The BDN is making the most crucial coverage of the coronavirus pandemic and its economic impact in Maine free for all readers. Click here for all coronavirus stories. You can join others committed to safeguarding this vital public service by purchasing a subscription or donating directly to the newsroom.
Another 52 cases of the new coronavirus have been detected in Maine, health officials said Saturday.
There have now been 3,154 cases across all of Maine’s counties since the outbreak began here in March, according to the Maine Center for Disease Control and Prevention. That’s up from 3,102 on Friday.
Of those, 2,809 have been confirmed positive, while 345 are likely positive, according to the Maine CDC.
New cases were tallied in Androscoggin, Aroostook, Cumberland, Franklin, Lincoln, Penobscot, Piscataquis, Sagadahoc and York counties.
One new death was reported Saturday, bringing the statewide death toll up to 104.
So far, over 300 Mainers have been hospitalized at some point with COVID-19, the illness caused by the coronavirus. Of those, 24 people are currently hospitalized, with seven in critical care and five on ventilators.
Meanwhile, another 24 people have recovered from the virus, bringing total recoveries to 2,566. That means there are 484 active and likely cases in the state, up from 457 on Friday.
Here’s the latest on the coronavirus and its impact on Maine.
—“Maine voters will soon have the chance to borrow millions of dollars to fund two infrastructure systems that have been stressed by the coronavirus pandemic. A $105 million transportation bond will be on the July 14 ballot as Question 2 alongside Question 1, a $15 million bond for broadband expansion in unserved and underserved areas. Long-term solutions have been elusive under Gov. Janet Mills and her predecessors and were further delayed when the Legislature adjourned due to the virus in March.” — Caitlin Andrews, BDN
—“July is traditionally a month of celebration here in Maine — family reunions, anniversaries, the Fourth of July, or even just a party for a party’s sake. Not much is normal about July 2020, however, as the coronavirus pandemic continues to plague much of the country, and remains a threat here in Maine, even with our relatively low case count compared to other states. Regardless, people are still going to have parties. And despite the looming specter of the virus hanging around, it’s possible to plan a get-together that is both safe and fun.” — Emily Burnham, BDN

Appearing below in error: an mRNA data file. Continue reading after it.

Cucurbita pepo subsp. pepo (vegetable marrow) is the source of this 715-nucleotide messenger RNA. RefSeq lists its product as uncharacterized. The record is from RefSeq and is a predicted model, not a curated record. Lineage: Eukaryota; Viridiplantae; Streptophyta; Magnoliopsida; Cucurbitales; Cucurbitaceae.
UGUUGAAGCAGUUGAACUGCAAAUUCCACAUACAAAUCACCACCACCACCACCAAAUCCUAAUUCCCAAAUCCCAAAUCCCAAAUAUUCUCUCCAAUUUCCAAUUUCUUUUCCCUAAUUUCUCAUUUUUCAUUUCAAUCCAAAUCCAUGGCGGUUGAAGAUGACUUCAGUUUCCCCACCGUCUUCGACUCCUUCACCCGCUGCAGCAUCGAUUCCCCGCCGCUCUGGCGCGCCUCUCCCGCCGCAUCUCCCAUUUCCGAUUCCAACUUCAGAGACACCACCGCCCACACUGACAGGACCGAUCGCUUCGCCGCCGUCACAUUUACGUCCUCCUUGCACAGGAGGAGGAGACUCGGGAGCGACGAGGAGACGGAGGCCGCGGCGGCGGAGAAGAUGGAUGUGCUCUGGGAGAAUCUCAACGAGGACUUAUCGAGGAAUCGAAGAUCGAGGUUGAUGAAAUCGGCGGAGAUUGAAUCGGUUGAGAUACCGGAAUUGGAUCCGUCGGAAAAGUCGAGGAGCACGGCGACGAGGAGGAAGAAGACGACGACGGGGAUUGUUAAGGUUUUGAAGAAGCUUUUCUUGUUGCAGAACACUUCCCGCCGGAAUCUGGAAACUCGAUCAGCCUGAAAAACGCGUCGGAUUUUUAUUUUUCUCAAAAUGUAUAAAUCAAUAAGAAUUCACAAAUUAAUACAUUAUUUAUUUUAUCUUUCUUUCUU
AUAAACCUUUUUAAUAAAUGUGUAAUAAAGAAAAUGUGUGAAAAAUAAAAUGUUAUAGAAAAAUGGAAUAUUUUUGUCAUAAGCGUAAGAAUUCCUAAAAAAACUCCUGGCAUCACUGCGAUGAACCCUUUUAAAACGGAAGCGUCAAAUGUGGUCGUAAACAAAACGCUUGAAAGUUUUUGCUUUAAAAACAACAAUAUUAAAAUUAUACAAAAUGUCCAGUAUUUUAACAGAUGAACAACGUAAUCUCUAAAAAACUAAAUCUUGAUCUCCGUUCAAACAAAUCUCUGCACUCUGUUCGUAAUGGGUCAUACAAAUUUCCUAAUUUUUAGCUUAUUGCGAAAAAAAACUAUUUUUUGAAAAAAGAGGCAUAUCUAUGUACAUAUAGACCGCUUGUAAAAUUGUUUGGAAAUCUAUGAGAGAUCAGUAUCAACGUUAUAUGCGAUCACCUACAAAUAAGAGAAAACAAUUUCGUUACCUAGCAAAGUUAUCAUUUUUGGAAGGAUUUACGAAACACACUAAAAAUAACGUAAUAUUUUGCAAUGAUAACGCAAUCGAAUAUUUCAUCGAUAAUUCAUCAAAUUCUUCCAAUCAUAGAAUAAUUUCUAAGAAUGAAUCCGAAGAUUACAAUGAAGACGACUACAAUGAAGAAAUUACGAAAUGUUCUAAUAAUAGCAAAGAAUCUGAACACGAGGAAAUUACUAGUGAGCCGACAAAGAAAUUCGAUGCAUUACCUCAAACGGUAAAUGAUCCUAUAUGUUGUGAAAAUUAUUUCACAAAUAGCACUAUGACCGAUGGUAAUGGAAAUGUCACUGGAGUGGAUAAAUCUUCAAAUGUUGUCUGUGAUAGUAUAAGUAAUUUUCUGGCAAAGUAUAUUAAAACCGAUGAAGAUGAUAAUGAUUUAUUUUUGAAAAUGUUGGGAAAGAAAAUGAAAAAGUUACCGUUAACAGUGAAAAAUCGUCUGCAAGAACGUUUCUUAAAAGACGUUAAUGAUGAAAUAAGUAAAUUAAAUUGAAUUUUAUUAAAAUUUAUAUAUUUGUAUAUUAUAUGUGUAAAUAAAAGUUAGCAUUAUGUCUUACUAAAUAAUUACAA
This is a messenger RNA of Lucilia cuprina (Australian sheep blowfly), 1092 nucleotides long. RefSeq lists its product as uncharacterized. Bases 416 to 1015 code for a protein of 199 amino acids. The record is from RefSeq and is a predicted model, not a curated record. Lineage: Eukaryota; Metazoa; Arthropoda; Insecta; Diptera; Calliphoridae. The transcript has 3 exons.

—“If you are approached by people with a card or flier stating that the U.S. Department of Justice and the Americans with Disabilities Act excuse them from wearing a face mask, don’t believe them. The U.S. Attorney’s Office of Maine and ada.gov, the website that helps promote understanding of the act, both issued warnings that such cards are fraudulent.” — Nick Sambides Jr.
—“More than 50 state lawmakers are calling on regulators to reject a proposal by Central Maine Power (CMP) that could allow it to charge ratepayers for unexpected costs caused by the pandemic while leaving the company’s shareholders off the hook.” — Fred Bever, Maine Public
—“Reducing plastic waste is harder during the pandemic than it was before COVID-19 came to Maine. Even though the Centers for Disease Control has not yet documented transmission of the coronavirus from surfaces, individual businesses have taken precautions to reduce the surfaces that multiple people touch by nixing things like reusable bags and bulk bins in order to prevent cross contamination from unsanitized surfaces. Here are 7 ways you can reduce plastic during the pandemic.” — Sam Schipani, BDN
As of Saturday afternoon, the coronavirus has sickened 2,488,037 people in all 50 states, the District of Columbia, Puerto Rico, Guam, the Northern Mariana Islands and the U.S. Virgin Islands, as well as caused 125,255 deaths, according to Johns Hopkins University of Medicine.